YESH!!! (Marv Albert voice).  The NFL is officially here!  Of course that brings a whole bunch of excitement, and for some Packer fans, it led off with the painful announcement of the Chicago Bears acquiring the best defender in the game to shore up an already top 10 defense.  Khalil Mack could’ve possibly have been the Reggie White-type acquisition this team seems to require in order to win another Lombardi trophy.  However, he’s down in Chicago, hopefully wasting his career and never winning a ring.

With that, let’s get onto the season.  As you may recall, the Philadelphia Eagles turned around from 7-9 in 2016 to earn the 1 seed at 13-3 and win the Super Bowl.  Is there a team capable of that this year??? (see where I’m going with this?).  Let’s find out!

Again, I actually nerd-out and take the time to go through every game of every team and mark the W/L for each accordingly, here’s what we have.

AFC North       NFC North    
3Baltimore 10 6 1Green Bay 11 5
5Pittsburgh 10 6 5Minnesota 11 5
Cincinnati 6 10 Chicago 8 8
Cleveland 5 11 Detroit 6 10
AFC South   NFC South  
4Houston 10 6 3Atlanta 10 6
6Jacksonville 10 6 6New Orleans 10 6
Tennessee 7 9 Carolina 9 7
Indianapolis 4 12 Tampa Bay 6 10
AFC East   NFC East  
1New England 13 3 4Philadelphia 9 7
Buffalo 9 7 Dallas 8 8
Miami 5 11 Washington 8 8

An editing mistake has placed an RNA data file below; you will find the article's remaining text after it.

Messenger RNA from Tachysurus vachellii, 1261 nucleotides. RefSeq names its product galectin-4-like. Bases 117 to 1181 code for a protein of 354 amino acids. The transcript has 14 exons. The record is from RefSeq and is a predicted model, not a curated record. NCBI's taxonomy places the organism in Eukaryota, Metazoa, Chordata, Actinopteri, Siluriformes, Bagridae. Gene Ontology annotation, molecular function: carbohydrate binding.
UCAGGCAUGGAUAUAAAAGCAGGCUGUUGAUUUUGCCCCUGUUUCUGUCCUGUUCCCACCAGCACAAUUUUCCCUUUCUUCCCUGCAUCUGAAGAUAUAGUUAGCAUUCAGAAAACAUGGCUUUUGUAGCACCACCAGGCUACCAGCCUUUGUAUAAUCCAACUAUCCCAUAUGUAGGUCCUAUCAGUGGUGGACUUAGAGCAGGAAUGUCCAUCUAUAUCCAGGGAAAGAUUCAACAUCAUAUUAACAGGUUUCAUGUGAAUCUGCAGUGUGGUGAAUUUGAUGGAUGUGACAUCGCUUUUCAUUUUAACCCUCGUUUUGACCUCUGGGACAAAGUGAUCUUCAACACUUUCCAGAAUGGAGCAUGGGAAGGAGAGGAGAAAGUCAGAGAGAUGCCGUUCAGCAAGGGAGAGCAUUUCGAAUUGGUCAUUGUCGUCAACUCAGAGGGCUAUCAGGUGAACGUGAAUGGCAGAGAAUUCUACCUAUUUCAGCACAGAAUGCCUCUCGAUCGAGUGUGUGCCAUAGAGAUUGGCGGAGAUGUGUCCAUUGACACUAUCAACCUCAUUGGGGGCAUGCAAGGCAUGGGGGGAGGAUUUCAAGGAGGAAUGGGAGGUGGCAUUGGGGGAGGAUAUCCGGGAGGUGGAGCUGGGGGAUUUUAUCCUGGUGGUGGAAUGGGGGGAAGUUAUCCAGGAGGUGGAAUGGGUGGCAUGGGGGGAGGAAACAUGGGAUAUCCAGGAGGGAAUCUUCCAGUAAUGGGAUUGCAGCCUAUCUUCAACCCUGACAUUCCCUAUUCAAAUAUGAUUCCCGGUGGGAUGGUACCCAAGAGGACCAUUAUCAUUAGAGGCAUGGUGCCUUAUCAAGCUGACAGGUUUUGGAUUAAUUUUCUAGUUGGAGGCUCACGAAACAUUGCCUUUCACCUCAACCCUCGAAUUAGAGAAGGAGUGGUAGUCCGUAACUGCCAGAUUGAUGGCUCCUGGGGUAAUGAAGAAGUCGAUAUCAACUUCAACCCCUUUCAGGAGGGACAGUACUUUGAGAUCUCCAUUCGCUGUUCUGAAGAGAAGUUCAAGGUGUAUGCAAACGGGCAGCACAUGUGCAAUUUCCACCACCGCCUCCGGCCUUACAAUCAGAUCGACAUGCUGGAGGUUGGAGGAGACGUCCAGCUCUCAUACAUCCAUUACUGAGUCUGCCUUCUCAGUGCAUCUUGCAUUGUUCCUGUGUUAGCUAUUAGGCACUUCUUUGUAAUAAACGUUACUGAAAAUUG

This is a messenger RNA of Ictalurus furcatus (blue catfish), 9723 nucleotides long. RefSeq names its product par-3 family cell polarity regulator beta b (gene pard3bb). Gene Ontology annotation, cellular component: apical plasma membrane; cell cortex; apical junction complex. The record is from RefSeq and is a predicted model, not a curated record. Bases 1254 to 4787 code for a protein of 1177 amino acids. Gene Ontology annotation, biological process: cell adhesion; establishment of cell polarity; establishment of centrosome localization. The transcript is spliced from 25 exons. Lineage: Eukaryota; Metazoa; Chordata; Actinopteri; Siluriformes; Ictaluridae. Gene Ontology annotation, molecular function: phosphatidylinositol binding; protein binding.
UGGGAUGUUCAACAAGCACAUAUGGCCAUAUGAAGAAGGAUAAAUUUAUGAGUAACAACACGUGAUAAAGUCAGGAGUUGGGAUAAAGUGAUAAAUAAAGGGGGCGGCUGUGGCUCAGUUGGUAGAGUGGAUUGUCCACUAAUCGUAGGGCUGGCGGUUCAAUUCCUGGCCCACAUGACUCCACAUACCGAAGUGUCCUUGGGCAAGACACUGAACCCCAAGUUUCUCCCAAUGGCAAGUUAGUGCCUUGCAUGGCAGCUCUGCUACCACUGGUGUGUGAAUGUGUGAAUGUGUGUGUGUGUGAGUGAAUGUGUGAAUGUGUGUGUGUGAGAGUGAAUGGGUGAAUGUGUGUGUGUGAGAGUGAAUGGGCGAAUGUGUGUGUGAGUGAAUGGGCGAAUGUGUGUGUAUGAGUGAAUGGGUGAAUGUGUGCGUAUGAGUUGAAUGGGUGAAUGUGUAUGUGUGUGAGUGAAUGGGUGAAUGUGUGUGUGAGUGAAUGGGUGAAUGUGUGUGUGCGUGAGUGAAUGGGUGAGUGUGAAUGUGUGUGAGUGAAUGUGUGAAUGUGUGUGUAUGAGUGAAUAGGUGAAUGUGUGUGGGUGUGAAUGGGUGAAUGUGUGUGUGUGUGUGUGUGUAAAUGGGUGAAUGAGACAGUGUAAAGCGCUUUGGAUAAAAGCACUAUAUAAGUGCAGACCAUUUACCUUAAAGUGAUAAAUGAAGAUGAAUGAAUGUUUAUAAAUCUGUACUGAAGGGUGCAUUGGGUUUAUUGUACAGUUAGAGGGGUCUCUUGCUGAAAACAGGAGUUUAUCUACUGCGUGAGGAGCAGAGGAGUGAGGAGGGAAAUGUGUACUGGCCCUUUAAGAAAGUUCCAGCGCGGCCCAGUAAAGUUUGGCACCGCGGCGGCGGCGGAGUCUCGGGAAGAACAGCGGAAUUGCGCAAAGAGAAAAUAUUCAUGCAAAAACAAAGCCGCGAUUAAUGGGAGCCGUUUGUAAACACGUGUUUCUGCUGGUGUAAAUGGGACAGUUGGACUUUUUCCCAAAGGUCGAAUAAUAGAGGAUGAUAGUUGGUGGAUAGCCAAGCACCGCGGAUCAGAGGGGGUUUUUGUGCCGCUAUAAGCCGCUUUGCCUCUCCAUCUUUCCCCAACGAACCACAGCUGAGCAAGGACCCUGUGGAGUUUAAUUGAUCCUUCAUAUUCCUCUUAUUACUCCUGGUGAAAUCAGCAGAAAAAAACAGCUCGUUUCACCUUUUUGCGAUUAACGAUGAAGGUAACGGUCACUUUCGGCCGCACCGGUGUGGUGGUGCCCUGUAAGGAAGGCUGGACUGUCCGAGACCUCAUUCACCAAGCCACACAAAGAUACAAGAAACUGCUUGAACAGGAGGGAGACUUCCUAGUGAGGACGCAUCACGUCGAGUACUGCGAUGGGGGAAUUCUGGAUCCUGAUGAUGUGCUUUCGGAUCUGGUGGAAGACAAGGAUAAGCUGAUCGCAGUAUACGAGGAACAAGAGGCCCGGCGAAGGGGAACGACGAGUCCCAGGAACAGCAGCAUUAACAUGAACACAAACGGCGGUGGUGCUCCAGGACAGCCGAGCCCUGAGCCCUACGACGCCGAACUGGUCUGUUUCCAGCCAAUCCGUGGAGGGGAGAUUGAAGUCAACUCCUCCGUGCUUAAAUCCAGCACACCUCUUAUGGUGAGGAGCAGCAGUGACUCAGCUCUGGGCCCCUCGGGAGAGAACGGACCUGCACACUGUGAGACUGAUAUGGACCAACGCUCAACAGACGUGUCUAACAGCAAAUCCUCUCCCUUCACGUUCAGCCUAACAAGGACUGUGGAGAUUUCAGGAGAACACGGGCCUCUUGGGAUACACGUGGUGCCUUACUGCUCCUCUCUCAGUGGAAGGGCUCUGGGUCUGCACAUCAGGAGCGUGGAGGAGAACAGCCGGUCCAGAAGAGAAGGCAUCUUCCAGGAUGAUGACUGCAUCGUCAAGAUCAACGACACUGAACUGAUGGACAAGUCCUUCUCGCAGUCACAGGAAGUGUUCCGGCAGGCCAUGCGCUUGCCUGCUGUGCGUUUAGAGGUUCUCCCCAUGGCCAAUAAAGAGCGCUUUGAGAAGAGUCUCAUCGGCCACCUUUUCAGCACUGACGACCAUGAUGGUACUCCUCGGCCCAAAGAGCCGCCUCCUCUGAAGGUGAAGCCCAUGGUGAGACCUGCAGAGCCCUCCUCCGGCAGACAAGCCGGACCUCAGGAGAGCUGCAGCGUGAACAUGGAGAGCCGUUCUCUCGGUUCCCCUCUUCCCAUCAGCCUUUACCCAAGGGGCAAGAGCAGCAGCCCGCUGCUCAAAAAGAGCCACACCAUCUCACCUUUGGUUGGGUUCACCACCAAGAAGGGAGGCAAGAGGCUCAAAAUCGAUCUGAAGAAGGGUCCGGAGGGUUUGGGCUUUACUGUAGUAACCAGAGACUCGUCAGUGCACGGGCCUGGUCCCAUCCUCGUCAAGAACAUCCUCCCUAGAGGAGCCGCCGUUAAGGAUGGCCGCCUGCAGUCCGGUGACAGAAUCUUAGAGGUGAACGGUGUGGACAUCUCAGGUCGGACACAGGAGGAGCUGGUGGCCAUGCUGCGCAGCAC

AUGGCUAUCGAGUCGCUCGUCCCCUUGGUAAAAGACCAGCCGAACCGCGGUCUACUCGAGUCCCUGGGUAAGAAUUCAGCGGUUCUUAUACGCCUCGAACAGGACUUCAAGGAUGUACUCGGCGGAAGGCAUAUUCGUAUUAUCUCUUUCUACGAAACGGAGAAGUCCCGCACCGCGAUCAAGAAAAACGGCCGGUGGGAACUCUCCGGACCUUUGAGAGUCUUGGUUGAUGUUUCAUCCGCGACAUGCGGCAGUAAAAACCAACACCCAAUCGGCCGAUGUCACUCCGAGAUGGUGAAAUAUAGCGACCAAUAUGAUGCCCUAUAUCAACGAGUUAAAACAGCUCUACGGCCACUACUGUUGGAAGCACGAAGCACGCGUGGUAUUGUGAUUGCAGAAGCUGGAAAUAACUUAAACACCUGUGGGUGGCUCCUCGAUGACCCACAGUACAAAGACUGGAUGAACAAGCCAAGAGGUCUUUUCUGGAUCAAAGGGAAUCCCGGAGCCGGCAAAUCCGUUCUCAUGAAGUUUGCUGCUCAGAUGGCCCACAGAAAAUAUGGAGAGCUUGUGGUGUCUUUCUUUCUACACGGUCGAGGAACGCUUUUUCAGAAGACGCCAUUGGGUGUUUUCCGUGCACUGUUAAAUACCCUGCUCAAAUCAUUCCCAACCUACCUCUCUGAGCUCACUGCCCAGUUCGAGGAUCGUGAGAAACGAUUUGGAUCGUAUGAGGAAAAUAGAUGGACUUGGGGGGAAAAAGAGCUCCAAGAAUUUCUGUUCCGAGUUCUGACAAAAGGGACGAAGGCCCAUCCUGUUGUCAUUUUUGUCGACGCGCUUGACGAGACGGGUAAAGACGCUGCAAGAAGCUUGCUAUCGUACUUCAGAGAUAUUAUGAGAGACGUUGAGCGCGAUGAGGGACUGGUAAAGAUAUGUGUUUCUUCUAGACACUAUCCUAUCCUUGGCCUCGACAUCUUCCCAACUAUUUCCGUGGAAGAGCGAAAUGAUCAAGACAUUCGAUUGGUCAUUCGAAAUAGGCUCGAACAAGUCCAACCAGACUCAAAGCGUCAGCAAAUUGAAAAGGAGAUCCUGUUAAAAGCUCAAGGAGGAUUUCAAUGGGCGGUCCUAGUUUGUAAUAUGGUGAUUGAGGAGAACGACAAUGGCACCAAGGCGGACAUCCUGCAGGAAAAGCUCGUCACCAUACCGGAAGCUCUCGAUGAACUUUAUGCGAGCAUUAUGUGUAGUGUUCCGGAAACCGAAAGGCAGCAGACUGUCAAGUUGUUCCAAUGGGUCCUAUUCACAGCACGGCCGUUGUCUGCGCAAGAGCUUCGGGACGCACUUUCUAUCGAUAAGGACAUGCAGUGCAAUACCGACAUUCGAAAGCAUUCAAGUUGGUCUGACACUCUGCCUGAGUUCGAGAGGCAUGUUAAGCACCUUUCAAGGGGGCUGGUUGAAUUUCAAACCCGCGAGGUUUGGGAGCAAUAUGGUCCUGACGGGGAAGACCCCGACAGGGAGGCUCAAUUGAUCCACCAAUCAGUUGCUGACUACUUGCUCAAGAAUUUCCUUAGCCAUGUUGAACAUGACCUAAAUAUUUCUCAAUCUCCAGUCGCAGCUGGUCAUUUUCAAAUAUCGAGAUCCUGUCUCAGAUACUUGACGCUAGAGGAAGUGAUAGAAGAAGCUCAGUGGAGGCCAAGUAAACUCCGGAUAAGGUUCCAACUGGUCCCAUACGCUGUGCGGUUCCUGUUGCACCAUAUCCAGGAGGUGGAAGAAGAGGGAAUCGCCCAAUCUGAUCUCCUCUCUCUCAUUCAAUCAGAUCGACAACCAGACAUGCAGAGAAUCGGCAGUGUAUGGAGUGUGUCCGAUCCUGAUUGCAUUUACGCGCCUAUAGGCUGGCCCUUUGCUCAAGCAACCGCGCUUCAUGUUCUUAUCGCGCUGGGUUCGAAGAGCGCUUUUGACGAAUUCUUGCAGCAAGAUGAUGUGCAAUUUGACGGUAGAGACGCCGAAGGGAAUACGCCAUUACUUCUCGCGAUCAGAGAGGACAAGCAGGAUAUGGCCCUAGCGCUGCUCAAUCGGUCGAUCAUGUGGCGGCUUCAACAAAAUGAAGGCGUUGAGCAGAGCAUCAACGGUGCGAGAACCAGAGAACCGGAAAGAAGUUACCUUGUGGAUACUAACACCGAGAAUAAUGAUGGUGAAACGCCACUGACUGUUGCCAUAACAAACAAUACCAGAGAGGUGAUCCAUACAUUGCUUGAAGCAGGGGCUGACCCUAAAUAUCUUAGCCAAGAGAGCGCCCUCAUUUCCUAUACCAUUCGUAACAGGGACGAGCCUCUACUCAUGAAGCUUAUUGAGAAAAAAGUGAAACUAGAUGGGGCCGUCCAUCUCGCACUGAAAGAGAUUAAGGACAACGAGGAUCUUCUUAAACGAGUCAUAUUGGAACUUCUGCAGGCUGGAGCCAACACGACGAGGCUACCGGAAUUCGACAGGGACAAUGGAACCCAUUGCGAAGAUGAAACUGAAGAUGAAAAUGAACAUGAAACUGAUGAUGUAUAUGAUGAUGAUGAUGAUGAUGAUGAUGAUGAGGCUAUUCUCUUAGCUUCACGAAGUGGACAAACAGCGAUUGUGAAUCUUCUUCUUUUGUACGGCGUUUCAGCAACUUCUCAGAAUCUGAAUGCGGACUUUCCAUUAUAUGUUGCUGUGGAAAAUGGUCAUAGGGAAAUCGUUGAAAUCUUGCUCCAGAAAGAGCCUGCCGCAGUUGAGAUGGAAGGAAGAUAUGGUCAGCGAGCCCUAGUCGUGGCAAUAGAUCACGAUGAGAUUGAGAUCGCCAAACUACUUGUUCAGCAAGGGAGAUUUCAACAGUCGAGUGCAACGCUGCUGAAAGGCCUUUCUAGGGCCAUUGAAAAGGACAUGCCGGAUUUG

NY Jets 4 12 NY Giants 4 12
AFC West   NFC West  
2LA Chargers 11 5 2LA Rams 10 6
Oakland 9 7 San Francisco 9 7
Kansas City 8 8 Seattle 6 10
Denver 8 8   Arizona 4 12

While I feel realistic about Green bay going 11-5, I don’t think 11-5 will net the 1 seed.  However, in this case, that’s what happened.  So let’s go!  With these standings there were some tiebreakers that would go to the 3rd or even 4th line, without figuring the score for each game of each team I just gave the div titles to Bal, Hou, and Atl.  Is it important? Absolutely, but we carry on.

Wildcard round—

  • Min @ Phi—rematch of the NFC title game, and I think it’s much closer than that game, however I believe the result is the same: the Eagles fly to Green Bay winning 24-20.
  • NO @ Atl—a divisional rival match, which I believe home field is so important…Atlanta triumphs with their opportunistic defense and bests Brees and the Saints, 27-21.
  • Jax @ Bal—yawn, for us NFC fans, however this could be a defensive battle and while rookie QB Lamar Jackson provides a shot in the arm, it’s too little too late vs the Jaguars great defense, Jags move on: 21-17.
  • Pit @ Hou—this has Saturday night written all over it, and it could be fun! The Watt bros. battle it out, along with all the dynamic playmakers on both teams on both sides of the ball…this could be fun! It might resemble the 2016 divisional playoff game when a savvy vet (Rodgers) in this case, Big Ben, comes into the young, inexperienced QB (Dak) Watson and we have a shootout!  I tip my cap to the vet, Steelers win a nail-bitter: 34-31.